1. Parents should aim for a decent, business-like, working relationship with one another that meets the needs of their children.
• Watch your language; be courteous and mutually respectful.
• Keep your feelings in check.
• Respect the other parent’s privacy and expect the same in return.
• Act like a guest in the other parent’s home.
• Don’t expect appreciation or praise from the other parent, but do acknowledge when they show understanding, sensitivity, compromise, or flexibility and support and expect the same in return.
• Keep a positive but realistic attitude.
• Keep your sense of humour and encourage it in the other parent.
• Be reliable; do what you say you are going to do and expect the same from the other parent.
• Be flexible and supportive of the other parent and expect the same in return.
• Be patient; Rome wasn’t built in a day.
• Expect to feel strange about this new relationship at first; give yourself time to adjust.
• Though it may be difficult at first, don’t give up; the effort is worth it.
2. In all interaction between parents, use good communication practices.
• Be explicit with the other parent.
• Direct communication between parents should be preferred at all times; do not communicate through third parties, especially the children.
• Say what you mean and mean what you say; make no assumptions.
• Double-check your verbal understandings; to build trust, don’t take the other parent for granted.
• Demonstrate you understand what the other parent is saying.
• Try to ensure that verbal and non-verbal messages are the same and are not in conflict.
• Know the things that trigger conflict between parents and avoid them.
• Confront only with great care.
• Keep the other parent a person in your mind, don’t make him or her into a monster.
3. Parents should work to maintain a healthy, positive parenting pattern.
• Time with the children is time together, not babysitting.
• Make your children’s needs more important than your territorial rights or your independence; always, children before rules or procedures.
• Respect the other parent’s time with the children.
• Respect the other parent’s parenting style.
• Interfere with the other parent’s effort only if your children need your protection.
• Share information about the children frequently with the other parent; parenting continuity is important as the children move between households.
• Parents should compare notes on the other adults in your children’s lives including teachers, doctors, and other professionals.
• Each parent should be supportive of the other parent’s relationship with the children.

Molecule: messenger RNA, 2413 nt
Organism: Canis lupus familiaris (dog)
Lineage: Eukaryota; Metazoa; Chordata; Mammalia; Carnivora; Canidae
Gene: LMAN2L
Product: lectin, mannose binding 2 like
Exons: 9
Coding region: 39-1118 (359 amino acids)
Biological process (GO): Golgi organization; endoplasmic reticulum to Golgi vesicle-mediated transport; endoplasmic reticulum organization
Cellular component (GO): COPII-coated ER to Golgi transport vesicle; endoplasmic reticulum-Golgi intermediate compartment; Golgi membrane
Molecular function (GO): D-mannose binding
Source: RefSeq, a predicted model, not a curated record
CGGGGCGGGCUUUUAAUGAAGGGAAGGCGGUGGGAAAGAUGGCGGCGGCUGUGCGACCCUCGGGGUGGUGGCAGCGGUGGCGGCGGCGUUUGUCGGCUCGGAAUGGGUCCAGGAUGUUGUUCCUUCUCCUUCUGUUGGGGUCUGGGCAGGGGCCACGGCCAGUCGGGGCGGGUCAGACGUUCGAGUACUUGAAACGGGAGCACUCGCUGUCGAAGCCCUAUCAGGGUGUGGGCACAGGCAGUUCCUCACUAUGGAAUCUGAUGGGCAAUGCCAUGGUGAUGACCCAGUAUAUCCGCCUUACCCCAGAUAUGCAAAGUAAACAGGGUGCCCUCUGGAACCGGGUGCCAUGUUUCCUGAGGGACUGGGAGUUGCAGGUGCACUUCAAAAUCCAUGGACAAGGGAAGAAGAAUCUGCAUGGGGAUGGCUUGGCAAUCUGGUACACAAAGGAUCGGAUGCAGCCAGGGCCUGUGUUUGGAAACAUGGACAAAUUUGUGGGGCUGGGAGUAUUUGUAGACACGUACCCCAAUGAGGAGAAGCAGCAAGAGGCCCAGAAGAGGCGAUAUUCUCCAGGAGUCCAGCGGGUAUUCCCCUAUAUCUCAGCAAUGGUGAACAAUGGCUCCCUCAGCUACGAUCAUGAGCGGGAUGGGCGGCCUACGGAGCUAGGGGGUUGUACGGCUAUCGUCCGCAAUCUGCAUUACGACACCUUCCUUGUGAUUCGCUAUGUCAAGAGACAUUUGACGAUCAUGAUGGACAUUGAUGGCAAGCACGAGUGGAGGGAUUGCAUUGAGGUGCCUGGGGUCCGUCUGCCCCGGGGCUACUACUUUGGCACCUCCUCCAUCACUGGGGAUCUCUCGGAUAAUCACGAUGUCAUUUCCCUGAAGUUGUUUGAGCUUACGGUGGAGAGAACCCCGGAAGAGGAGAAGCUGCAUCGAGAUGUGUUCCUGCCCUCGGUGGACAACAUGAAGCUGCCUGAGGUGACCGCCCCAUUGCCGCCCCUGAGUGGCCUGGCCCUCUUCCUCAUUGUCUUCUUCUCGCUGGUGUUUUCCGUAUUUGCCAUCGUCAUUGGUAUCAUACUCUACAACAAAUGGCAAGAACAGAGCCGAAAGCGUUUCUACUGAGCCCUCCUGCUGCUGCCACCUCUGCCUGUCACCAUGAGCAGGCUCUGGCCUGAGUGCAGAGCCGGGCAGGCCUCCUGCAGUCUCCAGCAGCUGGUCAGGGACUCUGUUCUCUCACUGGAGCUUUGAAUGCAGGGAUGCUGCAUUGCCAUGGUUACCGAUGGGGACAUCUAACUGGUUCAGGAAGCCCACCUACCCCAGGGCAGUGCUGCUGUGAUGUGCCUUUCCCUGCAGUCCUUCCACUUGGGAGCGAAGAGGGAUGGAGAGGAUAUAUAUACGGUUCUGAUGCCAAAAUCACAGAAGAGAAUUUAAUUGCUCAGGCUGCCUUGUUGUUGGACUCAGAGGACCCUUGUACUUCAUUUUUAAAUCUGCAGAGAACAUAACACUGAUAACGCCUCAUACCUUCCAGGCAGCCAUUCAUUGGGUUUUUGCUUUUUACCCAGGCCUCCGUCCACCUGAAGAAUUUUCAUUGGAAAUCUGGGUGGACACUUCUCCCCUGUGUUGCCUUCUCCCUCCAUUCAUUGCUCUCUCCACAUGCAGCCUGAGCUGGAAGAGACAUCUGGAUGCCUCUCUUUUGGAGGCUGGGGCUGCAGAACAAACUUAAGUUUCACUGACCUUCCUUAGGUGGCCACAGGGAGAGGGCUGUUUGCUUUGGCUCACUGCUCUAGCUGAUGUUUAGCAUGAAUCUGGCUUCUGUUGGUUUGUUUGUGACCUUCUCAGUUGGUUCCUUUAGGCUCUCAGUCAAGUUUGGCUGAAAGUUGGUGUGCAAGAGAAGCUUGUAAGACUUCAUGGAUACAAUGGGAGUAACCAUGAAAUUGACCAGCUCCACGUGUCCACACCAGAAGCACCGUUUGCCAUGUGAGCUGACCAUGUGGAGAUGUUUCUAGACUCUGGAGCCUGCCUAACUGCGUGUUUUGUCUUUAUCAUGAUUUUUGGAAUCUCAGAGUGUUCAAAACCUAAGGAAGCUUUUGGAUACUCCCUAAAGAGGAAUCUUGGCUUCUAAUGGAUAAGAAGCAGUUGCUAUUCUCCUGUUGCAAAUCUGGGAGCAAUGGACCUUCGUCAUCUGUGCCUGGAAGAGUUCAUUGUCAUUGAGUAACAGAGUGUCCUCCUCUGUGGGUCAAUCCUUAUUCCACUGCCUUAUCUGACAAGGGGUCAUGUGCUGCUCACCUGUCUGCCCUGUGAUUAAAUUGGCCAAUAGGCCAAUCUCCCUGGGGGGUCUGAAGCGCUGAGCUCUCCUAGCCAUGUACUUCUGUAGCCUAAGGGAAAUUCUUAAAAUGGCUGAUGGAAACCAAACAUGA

• Don’t use the children to carry messages to the other parent.
4. Parents should work to develop and maintain a healthy, positive relationship with their children.
• Let your children know you are thinking about them and expect them to keep in touch with you.
• Make regular contact
with the other adults in your children’s lives, including teachers and doctors and other professionals.
• Talk to your children regularly; young children especially need to understand the changes in their lives in ways that are seeable, touchable, and concrete.
• Give children a say in the decisions that affect their lives based on their age and understanding; ensure that they feel heard, even though adults make all the final decisions.
• Don’t badmouth the other parent in the presence of the children.
• Don’t participate in the children’s angry feelings about the other parent.
• Encourage the children to speak about any difficulties they are having with the other parent, but don’t pursue it at length; suggest other adults with whom the child might wish to confide.
• Don’t ask the children about the other parent’s life or circumstances; respect the other parent’s privacy and give his or her motives the benefit of any doubt.
• Don’t tell the children
to keep secrets about you from the other parent.
• Be the grown up.
• Keep changes to a minimum for the first few years especially in regards to young children.
• Never threatened to abandon your children.
• Know and respond to danger signals in your children and get help as required.
• Provide your children with structure and predictability.
• Don’t lead your children to believe that you may reconcile with the other parent.
• Calm your children’s fears and help rebuild trust and security.
• Frequently reassure the children of your love and that you will always be there to care for them and look after their needs.
(Adapted from Therapeutic Family Mediation: Howard H Irving and Michael Benjamin: Sage